Political in addition to economical obstacles may emerge. In particular, territorial disputes between the two biggest economic powers in RCEP – China and Japan – may result in Tokyo being jettisoned from the new partnership.
Although this new partnership is an open one, it is hard to imagine the United States signing up. As for the Russian Federation, it has not yet issued any statements in this regard.
China has unexpectedly emerged as the leader of the process of economic globalization. Speaking in Davos on January 17, Chinese President Xi Jinping made it clear to the participants in the International Economic Forum that Beijing is ready to seize the reins of globalization from Washington. On January 26, Chinese Premier Li Keqiang once again reaffirmed China’s commitment to the principles of multilateral trade liberalism.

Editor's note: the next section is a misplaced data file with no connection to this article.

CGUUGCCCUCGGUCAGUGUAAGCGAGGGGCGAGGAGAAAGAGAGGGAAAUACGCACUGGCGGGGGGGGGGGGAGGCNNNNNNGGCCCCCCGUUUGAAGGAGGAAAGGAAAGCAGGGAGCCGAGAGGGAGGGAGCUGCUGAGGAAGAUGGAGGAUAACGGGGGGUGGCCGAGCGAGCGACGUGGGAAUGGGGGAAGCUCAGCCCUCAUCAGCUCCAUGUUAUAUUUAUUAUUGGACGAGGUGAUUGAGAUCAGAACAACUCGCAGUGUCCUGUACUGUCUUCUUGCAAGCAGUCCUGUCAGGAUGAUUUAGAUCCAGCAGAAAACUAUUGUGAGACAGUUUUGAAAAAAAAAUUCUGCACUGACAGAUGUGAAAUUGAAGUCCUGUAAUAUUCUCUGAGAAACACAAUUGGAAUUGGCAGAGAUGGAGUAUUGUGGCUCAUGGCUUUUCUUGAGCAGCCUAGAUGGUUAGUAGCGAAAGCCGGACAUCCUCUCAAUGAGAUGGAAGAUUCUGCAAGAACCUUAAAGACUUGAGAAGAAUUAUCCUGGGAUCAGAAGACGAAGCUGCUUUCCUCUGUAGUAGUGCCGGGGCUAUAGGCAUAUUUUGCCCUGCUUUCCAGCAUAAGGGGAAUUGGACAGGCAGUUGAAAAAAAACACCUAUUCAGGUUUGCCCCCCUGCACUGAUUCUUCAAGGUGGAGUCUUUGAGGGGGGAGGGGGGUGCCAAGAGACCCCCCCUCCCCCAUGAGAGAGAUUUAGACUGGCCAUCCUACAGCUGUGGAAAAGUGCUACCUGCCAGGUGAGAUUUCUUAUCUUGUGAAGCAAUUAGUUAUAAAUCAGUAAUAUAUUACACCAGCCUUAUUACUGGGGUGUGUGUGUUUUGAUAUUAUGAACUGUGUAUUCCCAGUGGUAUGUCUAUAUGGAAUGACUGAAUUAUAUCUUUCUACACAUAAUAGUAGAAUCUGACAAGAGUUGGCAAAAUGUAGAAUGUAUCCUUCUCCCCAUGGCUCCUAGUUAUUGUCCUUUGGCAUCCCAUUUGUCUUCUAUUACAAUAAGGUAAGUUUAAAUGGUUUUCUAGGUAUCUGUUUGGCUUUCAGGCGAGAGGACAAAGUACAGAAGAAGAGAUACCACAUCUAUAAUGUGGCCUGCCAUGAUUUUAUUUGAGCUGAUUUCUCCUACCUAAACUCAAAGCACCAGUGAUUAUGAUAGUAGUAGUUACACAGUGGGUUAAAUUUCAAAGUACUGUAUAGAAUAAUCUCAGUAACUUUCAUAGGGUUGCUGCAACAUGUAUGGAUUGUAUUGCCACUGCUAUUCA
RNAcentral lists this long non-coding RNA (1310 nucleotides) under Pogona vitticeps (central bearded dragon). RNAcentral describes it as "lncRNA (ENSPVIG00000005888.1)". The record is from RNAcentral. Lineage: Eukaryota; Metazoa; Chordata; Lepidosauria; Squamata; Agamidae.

China’s leaders well remember the words of Barack Obama, who stated last May 14 that the TPP’s basic premise “allows America – and not countries like China” to shape the rules of international trade. Now China has the opportunity to make a retaliatory move, by claiming that it has become the arbiter of international trade.
Beijing plans to complete the RCEP negotiations by the end of the year so that a multilateral agreement can be signed in early 2018.